Connecting state and local government leaders
Greg Abbott is using legal arguments similar to those used by supporters of the Confederacy to justify his confrontations at the border with federal authorities. Law professors warn that could be dangerous.
In an escalating crisis over migrants at the Texas border, Gov. Greg Abbott has turned to arguments used by secessionists in the run-up to the Civil War to justify his increasingly belligerent actions against federal authorities. And he has the majority of governors and state attorneys general backing him up.
The defiant posture by Abbott—a former judge and state attorney general—has alarmed legal experts who study the Constitution, both because it is on flimsy legal ground and because it could be used to justify violence.
There are two related claims that Abbott, a Republican, is making that are at the heart of the controversy.
The first is that the “federal government has broken the compact between the United States and the states.” The “compact theory”—the idea that the federal government derives its power from the states—was an argument used by secessionists like John Calhoun, the South Carolina politician considered to be the father of Southern nationalism and secession. That view fell out of favor after the Civil War, when the alternative idea that “we the people” created both states and the national government became widely accepted. President Abraham Lincoln famously articulated the idea, declaring the U.S. was a “government of the people, by the people, for the people.”
The second of Abbott’s controversial claims is that Texas—and the United States—is being “invaded.” That term is important because the Constitution provides that the federal government will protect states “against invasion.” Several prominent legal scholars say the term “invasion” refers to an effort to replace or undermine the existing government, usually through military force.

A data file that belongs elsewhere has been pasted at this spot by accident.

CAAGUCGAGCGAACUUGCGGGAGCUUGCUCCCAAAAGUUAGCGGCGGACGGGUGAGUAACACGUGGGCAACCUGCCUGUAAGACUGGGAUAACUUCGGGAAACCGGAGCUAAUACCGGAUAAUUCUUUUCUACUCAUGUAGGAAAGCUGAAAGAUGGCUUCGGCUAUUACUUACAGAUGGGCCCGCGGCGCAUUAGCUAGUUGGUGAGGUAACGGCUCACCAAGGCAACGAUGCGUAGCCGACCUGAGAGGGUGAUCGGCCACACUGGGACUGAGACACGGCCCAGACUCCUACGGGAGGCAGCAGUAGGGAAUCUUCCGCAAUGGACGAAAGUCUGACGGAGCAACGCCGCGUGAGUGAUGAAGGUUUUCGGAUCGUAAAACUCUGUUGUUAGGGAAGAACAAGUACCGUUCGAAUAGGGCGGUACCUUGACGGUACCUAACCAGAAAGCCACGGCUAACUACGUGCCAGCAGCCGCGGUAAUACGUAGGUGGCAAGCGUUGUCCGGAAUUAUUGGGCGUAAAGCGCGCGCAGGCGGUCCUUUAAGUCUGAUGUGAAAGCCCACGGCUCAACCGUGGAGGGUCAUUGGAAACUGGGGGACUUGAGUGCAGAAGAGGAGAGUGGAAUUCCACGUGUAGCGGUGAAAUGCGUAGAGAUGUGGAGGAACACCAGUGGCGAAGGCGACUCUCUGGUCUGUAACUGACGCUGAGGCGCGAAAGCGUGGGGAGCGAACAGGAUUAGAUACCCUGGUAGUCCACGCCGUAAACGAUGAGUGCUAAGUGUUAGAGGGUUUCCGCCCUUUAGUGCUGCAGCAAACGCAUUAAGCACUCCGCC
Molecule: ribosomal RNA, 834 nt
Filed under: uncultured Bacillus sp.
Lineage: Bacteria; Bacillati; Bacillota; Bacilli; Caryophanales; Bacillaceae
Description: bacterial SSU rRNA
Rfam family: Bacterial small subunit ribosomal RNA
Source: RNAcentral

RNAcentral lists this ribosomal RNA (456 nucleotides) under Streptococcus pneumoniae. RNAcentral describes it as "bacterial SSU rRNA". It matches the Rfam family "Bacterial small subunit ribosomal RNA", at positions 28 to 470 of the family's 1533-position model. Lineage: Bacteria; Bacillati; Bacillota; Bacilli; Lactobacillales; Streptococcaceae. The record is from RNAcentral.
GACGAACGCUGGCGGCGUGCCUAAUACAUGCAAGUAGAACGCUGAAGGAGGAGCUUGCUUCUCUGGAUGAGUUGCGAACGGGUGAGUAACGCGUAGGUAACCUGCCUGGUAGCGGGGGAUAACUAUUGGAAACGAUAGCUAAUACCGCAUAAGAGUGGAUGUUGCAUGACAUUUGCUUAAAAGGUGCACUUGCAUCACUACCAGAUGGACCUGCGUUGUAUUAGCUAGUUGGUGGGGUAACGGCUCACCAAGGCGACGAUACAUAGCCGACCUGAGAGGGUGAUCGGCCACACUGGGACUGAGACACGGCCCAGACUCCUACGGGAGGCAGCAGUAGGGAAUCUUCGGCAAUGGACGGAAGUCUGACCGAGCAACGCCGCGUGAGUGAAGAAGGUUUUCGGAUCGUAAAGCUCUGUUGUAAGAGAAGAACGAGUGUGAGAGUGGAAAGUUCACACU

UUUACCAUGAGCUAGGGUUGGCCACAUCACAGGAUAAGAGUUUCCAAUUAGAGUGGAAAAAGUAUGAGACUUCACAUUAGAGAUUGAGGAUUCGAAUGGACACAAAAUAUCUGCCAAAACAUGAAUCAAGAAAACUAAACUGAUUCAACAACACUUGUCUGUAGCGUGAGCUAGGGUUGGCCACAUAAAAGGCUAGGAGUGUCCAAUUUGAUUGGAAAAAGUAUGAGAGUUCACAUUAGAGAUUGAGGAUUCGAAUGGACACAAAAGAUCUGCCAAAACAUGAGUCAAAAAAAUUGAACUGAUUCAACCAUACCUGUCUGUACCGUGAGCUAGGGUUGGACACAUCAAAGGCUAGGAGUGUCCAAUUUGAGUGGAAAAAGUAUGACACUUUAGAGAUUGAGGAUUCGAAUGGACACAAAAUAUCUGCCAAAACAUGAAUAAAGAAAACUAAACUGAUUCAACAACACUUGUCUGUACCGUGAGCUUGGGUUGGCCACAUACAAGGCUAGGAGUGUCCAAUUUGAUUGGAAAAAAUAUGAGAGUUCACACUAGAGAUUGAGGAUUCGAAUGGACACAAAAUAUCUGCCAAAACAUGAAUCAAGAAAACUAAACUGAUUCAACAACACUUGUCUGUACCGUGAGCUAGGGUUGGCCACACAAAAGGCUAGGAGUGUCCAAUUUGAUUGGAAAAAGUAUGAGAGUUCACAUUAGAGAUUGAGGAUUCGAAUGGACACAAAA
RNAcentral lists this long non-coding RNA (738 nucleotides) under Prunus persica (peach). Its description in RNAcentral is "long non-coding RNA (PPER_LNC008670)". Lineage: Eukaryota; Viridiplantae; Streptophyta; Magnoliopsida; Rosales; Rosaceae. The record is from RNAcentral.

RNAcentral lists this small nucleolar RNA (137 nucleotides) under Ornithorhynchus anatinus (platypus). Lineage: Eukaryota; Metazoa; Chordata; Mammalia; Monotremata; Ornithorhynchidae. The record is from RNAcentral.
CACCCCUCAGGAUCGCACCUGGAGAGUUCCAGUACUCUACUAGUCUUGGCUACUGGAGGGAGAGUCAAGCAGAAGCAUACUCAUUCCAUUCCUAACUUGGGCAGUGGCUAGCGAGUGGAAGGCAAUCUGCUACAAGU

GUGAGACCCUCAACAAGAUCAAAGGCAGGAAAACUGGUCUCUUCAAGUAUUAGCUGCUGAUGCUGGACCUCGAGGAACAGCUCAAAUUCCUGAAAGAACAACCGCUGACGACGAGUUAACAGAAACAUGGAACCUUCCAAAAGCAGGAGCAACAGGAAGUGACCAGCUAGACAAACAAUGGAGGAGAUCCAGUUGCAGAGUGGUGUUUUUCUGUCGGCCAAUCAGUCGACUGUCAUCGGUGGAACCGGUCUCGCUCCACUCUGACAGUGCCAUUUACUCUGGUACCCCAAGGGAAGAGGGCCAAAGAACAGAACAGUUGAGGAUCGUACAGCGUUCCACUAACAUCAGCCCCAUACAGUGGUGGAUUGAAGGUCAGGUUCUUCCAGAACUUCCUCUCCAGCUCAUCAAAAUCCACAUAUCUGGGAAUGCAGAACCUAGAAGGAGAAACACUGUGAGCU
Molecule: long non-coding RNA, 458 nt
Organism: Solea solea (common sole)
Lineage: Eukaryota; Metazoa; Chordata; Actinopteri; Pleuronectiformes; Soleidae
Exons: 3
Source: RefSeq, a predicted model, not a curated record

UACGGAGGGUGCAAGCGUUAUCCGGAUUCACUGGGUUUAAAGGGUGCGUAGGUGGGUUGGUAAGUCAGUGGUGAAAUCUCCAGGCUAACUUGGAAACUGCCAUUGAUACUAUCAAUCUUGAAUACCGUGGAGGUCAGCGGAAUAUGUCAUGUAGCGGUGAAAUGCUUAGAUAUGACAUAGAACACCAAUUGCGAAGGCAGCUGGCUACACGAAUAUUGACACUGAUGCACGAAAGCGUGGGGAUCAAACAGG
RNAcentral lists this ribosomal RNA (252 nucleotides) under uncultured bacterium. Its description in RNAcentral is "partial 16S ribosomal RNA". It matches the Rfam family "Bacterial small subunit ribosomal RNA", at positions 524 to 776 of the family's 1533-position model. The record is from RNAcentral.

But Abbott said that Texas has been “left to the mercy of a lawless president who does nothing to stop external threats like cartels smuggling millions of illegal immigrants across the border.” As a result, the governor said he had “declared an invasion under Article 1, Section 10, Clause 3 [of the U.S. Constitution] to invoke Texas’ constitutional authority to defend and protect itself.”
“That authority,” he claimed, “is the supreme law of the land and supersedes any federal law to the contrary.”
Abbott has relied on that interpretation to escalate tensions with the Biden administration over control of the U.S.-Mexican border. The governor has stationed National Guard troops in a park in the town of Eagle Pass, on the Rio Grande River, where they have installed razor wire to prevent migrants from crossing. The federal Border Patrol has tried to remove the barriers, in part to aid its rescue efforts for people who are drowning or need assistance in the river.
Texas officials went to court to block federal agents from removing the concertina wire, claiming it amounted to trespassing. Lower courts sided with Texas, but the U.S. Supreme Court issued an order last week that lets Border Patrol agents remove the wire. The justices did not, however, demand that Texas troops stop installing or repairing the wire once it was removed. That has led to an awkward standoff while the court cases continue.
Meanwhile, Abbott has rallied much of the Republican establishment across the country to his side.
Every Republican governor in the country other than Vermont’s Phil Scott signed a letter backing their Texas colleague, not just on the need for stronger border enforcement but on the defiant legal justification as well. “Because the Biden administration has abdicated its constitutional compact duties to the states,” they wrote last week, “Texas has every legal justification to protect the sovereignty of our states and our nation.”
On Monday, 26 Republican state attorneys general sent a similar letter to President Joe Biden. “Right now cartels, terror groups and other bad actors are taking advantage of the chaos by the border to orchestrate a mass influx of people. Gangs are using the flood of people to hide their ‘predator’ members as they enter the United States,” the GOP attorneys wrote.